Immunology: The Key to Good Health
Immunology is the science of the immune function. It studies the body’s relationship with foreign elements such as viruses, bacteria, fungi, but also with abnormal elements of the immune system such as cancer cells. The analysis of antibodies and defence mechanisms of the human body is the core of the practice of immunology.
Immunology: the study of immune defences
The main elements against which the human body must defend itself are:
However, the immune response can also be expressed against cells that belong to the human body, such as during:
autoimmunity (abnormal attack on the cells of the human body);
An incarnation of the development of immunology: the vaccine
The vaccine marks the cornerstone of the use of immunology in everyday therapy. Using a small fragment of the inactivated or neutralized disease, an immune response is created that causes the immune system to defend itself in the event of subsequent exposure to the disease. Once exposed, the body makes antibodies that are rapidly usable for a while (until the next recall if needed).
Immunology: many avenues for the future
Immunology can be used to make antibodies that specifically target specific components of cancer cells. Toxic molecules can then be attached to these antibodies to destroy cancer cells. This type of technique is called immunotherapy and is already being used daily for certain tumours that have specific cellular markers. Some lung cancers or lymphomas, for example, are eligible for immunotherapy.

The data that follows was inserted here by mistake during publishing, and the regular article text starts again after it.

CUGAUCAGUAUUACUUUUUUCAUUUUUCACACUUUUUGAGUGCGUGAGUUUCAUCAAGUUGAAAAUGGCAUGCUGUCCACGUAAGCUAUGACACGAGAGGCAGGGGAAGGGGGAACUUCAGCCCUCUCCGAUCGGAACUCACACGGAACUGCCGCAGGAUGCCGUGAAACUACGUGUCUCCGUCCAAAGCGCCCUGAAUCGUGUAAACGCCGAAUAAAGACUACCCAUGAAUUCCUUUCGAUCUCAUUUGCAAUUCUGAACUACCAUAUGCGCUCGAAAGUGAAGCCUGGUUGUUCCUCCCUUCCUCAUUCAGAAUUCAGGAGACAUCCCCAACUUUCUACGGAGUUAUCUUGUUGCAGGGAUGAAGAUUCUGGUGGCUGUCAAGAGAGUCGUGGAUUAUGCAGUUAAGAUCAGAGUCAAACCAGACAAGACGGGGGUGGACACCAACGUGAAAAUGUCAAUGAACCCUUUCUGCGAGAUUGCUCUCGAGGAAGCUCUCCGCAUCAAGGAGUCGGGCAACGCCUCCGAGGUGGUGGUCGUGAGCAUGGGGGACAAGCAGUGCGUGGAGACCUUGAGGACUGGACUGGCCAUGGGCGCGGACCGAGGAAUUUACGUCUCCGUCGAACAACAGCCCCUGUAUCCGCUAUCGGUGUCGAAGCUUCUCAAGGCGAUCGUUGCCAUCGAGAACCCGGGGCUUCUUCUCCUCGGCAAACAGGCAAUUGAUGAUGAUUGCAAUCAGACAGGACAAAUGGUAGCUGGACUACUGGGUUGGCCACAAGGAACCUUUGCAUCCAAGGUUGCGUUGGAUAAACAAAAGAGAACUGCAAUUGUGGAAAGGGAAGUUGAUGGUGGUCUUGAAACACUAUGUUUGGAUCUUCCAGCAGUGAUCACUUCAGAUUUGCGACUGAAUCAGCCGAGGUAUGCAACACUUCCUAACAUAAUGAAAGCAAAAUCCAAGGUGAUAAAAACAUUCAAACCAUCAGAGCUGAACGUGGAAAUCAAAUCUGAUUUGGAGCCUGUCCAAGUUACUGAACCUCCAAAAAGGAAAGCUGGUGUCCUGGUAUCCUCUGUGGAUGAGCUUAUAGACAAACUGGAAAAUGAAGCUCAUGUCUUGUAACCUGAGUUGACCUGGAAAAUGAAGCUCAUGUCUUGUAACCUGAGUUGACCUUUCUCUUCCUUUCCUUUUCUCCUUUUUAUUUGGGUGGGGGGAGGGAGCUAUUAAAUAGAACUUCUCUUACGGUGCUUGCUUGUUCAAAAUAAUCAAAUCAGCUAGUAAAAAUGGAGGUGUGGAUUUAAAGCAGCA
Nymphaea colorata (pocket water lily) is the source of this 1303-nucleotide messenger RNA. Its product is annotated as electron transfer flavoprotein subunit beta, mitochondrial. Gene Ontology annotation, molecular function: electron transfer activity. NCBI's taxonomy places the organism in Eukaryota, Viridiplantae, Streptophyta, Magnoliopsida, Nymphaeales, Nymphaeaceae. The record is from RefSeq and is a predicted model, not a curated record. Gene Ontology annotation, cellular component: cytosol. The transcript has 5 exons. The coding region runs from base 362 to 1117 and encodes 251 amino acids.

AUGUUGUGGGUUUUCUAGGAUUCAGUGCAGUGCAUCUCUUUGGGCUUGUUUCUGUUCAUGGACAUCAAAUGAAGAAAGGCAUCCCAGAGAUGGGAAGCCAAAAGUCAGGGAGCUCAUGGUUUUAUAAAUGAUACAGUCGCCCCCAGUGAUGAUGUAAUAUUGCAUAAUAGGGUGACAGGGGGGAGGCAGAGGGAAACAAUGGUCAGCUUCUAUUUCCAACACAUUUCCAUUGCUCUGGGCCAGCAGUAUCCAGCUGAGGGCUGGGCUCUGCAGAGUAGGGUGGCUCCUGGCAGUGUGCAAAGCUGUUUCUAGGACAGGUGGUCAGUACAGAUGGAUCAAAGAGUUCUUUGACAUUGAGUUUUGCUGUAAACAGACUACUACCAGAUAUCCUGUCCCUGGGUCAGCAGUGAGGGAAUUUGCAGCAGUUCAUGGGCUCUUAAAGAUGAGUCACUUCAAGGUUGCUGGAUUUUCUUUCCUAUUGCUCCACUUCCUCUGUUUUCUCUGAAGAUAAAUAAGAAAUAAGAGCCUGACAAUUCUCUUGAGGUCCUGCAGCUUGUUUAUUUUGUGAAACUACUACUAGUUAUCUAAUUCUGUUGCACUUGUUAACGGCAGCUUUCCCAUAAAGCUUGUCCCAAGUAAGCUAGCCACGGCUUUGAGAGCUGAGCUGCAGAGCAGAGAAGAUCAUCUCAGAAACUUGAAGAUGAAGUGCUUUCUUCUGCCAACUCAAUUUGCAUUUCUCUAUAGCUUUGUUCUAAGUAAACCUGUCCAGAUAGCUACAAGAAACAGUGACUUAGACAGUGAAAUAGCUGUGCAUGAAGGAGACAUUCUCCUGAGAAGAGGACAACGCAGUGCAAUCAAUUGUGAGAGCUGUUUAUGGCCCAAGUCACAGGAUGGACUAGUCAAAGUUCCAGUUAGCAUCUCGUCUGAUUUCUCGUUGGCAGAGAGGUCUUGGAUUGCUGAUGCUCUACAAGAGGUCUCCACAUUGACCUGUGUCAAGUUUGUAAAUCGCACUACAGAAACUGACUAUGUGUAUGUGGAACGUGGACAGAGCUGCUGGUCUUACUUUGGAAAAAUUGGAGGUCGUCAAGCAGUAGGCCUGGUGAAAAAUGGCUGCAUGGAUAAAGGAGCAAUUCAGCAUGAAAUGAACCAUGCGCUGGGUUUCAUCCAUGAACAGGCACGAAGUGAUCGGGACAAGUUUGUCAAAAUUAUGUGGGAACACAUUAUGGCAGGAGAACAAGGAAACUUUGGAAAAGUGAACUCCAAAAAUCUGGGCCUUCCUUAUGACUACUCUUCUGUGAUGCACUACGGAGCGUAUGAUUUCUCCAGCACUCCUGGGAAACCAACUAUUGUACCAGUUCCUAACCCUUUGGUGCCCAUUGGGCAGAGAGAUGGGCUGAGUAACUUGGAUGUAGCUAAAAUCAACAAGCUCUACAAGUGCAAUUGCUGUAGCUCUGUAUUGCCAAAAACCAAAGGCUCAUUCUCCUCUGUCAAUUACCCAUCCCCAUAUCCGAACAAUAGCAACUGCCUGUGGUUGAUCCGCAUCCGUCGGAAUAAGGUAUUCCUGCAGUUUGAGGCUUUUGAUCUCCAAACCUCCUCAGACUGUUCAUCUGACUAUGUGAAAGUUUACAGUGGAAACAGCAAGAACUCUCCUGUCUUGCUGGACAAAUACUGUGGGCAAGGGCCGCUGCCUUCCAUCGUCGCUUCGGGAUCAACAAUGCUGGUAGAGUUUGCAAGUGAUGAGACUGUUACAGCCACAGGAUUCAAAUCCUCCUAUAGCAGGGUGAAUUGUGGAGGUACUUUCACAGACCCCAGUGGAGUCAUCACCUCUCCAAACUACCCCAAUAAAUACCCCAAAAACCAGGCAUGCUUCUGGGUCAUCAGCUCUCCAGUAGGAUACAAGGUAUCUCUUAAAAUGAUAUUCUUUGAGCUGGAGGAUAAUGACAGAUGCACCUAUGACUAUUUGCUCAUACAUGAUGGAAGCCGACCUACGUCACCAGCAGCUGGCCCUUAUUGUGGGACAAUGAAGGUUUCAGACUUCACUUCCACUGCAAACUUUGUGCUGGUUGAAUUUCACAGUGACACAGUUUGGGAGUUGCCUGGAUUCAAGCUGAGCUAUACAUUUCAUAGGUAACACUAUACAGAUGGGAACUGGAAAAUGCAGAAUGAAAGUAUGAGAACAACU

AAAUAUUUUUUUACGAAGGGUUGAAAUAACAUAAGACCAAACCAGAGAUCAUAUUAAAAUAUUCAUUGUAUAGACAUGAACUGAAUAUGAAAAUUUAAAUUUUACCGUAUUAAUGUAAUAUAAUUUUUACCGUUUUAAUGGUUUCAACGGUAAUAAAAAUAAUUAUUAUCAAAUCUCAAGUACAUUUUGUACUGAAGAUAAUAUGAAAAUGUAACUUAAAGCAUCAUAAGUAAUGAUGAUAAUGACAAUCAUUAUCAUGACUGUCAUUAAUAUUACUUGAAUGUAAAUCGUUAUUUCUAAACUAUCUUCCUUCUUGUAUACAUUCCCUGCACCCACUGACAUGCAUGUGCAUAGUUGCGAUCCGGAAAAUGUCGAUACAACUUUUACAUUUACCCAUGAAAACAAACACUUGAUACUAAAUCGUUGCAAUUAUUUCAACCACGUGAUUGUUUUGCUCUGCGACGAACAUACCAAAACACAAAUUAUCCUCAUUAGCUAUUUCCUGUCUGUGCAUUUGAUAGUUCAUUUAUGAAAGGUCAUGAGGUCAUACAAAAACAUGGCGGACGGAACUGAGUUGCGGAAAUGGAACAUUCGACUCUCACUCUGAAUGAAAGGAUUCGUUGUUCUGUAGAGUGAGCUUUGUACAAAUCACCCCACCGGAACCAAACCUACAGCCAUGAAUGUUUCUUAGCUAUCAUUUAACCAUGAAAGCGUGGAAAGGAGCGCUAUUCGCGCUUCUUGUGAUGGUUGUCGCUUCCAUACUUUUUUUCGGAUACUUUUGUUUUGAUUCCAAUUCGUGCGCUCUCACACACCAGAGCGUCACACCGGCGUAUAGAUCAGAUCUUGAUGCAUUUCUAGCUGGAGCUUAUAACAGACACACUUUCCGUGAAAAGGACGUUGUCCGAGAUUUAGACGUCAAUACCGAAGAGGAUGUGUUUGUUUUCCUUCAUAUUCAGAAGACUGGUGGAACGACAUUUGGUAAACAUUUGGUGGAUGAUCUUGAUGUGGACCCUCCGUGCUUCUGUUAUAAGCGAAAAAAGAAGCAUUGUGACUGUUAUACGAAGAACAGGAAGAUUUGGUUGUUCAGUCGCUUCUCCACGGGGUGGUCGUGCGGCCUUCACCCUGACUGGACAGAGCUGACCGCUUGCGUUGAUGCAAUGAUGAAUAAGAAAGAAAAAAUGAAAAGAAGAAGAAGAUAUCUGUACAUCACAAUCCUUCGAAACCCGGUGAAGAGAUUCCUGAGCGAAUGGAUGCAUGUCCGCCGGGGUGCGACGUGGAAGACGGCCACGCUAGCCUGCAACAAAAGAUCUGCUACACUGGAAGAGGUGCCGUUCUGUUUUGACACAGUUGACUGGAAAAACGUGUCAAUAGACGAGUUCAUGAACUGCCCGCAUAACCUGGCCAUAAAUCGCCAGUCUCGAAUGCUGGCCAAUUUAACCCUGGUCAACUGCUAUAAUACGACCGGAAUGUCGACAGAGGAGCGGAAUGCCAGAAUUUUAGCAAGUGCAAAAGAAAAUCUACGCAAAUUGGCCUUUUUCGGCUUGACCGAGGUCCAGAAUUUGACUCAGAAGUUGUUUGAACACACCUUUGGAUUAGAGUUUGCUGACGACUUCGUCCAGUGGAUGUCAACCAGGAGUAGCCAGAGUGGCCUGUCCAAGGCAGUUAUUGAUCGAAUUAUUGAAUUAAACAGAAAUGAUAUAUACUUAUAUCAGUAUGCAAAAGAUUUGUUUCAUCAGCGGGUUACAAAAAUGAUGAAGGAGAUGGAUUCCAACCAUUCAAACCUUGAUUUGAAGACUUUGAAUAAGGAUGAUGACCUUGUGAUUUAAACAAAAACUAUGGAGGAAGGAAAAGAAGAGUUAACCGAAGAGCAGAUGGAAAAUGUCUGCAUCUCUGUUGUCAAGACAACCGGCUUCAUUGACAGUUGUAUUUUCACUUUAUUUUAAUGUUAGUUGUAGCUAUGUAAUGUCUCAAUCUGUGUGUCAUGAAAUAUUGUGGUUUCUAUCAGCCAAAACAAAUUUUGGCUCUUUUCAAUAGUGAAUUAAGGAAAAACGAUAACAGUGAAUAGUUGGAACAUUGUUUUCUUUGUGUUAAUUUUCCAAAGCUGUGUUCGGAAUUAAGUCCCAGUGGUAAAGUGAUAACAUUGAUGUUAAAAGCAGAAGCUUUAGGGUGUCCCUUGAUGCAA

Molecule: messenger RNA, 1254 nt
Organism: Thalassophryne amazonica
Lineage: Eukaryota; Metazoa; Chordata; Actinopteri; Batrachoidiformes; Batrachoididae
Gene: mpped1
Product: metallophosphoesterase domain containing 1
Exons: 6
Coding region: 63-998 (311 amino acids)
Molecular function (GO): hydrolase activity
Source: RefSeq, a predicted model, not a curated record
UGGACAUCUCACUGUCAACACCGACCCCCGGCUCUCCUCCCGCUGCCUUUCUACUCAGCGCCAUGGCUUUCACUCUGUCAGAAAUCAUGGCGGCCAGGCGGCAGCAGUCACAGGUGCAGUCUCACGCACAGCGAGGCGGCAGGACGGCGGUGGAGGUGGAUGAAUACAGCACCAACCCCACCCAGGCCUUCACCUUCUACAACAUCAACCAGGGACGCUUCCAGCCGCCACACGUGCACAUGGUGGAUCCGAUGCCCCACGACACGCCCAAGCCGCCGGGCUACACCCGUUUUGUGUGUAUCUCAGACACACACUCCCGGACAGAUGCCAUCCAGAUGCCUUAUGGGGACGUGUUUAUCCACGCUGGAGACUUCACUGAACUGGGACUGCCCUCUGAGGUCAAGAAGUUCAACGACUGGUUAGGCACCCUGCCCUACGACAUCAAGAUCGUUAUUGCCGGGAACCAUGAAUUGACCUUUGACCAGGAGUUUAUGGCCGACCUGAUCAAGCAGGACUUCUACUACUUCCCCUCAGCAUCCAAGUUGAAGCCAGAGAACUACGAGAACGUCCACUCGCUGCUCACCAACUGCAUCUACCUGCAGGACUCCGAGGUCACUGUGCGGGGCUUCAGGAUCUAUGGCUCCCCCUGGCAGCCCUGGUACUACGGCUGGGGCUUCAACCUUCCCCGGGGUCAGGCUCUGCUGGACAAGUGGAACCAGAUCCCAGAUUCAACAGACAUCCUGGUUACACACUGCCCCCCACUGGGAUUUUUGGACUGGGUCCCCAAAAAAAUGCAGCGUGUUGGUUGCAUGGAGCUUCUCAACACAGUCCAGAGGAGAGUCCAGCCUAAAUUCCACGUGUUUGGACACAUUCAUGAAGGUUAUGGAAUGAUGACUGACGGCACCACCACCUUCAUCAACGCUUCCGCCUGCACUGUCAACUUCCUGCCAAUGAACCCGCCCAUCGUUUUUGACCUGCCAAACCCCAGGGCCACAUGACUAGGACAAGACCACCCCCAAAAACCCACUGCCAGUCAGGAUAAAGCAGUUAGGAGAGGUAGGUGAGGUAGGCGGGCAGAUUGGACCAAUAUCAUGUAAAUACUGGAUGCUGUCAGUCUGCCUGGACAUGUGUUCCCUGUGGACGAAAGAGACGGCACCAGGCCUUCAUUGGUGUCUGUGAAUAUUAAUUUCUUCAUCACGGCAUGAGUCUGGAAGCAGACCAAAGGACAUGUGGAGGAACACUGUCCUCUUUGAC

The tumour markers used as targets can be abnormal proteins or normal proteins, either made irregular by the cancer process or expressed at an abnormally high level.
Similarly, immunology can be used for diagnostic purposes. A visual marker is then attached to the antibody targeting the tumour so that it can be accurately imaged. One example is immuno-scintigraphy.
Numerous treatments in clinical development
Since its development in the 1990s, immunology is one of the most promising avenues in cancer therapeutics. Today, 20% of the new drugs in development in oncology are biotherapies or immunotherapies.
Trials are underway and will undoubtedly lead to new therapies in the years to come. These include, for example:
immunotherapies that target proteins that allow cancer cells to survive;
immunotherapies aimed at developing the natural immune system by making it more effective against cancer cells, or allowing it to recognize them better;
immunotherapies targeting the blood vessels that vascularize tumours, thereby depriving them of their source of development.
Immunology promises many avenues for the future. If you like this post or wish to add some more information, please feel free to write down your comments below.
Want to read more on Health talks? You can also read Your Immune System: The Warrior Inside You.